Rather than leave it to Vince's highly sophisticated metaphor to convey the situation to the audience, Leon chooses to take Vince literally, as though he truly believed that Brian was obsessed with the sub-par tuna sandwiches. Leon then steps in to correct his friend's deduction with a very blunt, but ultimately accurate, assessment of the situation.
- Agent Bilkins: You want time, buy the magazine. We don't have time.
It is also debatable whether they have People either.
- Dom: You can have any brew you want, as long as it's a Corona.
Comedy at its finest, if Dominic has only stocked his house with Corona. If there's a six-pack of Heineken in the fridge, then he's just a greedy bastard.
The Cardboard and the Characters
Whilst also being mindful of the runtime of any dialogue scenes, Cohen is still a careful and invested director and, having helmed such iconic gems like Dragonheart, xXx and an episode of Miami Vice, understands that characterisation is also somewhat important to a film. Therefore, stock characters and stereotypes should be used so that the audience can understand their personalities easier, subsequently making it less taxing for them to pay attention whilst waiting for the next race scene.
The FBI Agent
- Despite an undercover agent being a highly complex character, Thomas decided to also use the somewhat more accessible stereotype of the Wigger. The whafrican-whamerican would fit perfectly with the redundant slang dialogue and hip hip culture that pervaded the film's socio-economic context. Consequently, the FBI Agent will call anyone "dude", even if they are clearly not one. Everyone shall be called "bro", even if it is clear they should not be referred to in that manner. This shall be highlighted when Barack Obama makes his cameo appearance in the next FF installment.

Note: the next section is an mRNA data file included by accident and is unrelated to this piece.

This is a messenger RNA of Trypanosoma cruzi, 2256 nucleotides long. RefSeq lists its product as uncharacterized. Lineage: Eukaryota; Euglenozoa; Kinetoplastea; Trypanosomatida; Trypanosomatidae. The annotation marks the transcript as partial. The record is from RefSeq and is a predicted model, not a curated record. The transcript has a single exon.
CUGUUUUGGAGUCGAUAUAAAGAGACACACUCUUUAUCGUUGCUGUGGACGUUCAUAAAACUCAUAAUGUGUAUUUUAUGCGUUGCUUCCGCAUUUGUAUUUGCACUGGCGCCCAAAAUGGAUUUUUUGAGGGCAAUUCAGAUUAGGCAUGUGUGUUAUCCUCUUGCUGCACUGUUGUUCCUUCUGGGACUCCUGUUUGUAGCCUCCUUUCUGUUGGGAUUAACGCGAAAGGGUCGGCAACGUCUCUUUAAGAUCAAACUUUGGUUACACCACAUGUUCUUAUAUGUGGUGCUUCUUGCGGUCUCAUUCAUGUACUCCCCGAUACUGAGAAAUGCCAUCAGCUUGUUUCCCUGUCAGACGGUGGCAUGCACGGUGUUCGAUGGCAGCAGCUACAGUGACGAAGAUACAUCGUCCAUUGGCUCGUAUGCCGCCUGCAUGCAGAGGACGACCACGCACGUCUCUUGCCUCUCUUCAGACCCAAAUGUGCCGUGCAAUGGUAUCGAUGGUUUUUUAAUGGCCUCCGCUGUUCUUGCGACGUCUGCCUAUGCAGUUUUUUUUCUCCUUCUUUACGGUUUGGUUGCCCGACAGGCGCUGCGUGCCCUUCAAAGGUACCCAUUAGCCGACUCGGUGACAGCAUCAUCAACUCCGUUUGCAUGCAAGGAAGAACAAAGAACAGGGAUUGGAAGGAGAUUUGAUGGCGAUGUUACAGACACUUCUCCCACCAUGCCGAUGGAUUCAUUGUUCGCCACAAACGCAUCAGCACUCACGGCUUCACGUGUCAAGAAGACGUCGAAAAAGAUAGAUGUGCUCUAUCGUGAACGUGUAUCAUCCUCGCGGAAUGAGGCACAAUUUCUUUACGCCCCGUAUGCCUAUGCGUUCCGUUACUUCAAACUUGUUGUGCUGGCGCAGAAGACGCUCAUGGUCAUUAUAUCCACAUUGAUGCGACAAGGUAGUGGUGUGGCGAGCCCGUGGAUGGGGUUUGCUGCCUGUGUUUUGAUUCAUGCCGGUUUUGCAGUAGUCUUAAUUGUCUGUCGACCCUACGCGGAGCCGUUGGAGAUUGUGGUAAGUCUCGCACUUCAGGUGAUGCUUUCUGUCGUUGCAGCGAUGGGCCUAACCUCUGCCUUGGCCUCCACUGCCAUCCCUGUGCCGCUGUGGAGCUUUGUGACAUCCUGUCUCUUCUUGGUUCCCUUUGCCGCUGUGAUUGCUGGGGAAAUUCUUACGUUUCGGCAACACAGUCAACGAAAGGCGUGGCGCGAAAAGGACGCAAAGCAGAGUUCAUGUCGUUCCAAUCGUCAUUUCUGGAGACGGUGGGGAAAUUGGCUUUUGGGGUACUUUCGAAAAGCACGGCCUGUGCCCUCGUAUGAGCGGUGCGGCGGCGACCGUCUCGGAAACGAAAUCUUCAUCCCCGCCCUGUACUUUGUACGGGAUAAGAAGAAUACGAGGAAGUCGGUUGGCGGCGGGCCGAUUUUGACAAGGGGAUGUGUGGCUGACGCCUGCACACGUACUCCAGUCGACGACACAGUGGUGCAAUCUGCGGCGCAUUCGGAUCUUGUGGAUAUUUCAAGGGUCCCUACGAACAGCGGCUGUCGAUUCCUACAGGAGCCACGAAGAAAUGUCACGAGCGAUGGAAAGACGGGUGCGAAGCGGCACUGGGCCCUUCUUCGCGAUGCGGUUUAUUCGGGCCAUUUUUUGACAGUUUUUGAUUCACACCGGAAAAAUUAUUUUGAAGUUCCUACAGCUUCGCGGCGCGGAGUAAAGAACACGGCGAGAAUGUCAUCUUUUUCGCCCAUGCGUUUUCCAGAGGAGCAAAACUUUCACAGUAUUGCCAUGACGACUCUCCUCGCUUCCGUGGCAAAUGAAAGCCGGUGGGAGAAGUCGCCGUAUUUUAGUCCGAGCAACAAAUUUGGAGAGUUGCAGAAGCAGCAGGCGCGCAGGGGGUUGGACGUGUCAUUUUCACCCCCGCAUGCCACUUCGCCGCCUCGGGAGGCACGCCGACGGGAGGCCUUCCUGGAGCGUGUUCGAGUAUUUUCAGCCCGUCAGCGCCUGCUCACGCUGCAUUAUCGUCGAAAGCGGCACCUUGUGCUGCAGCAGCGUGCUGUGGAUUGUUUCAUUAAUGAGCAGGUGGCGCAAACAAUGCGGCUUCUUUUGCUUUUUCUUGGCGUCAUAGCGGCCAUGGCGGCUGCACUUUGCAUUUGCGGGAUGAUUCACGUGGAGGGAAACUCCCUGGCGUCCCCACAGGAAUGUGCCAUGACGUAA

- Dom: What are you smiling about?
- Brian: Dude, I almost had you.
- Dom: You almost had me? You never had me. You never had your car.
- It is true, that Brian O'Connor never had Vin Diesel. It is assumable that is why he said, "Almost".
- Dom: Brian Earl Spilner. Sounds like a serial killer name. Is that what you are?
- Brian: Nah, man.
- Note the excellent counter-argument made by Brian when he is accused of being similar to John Wayne Gacy.
The Enigmatic Leader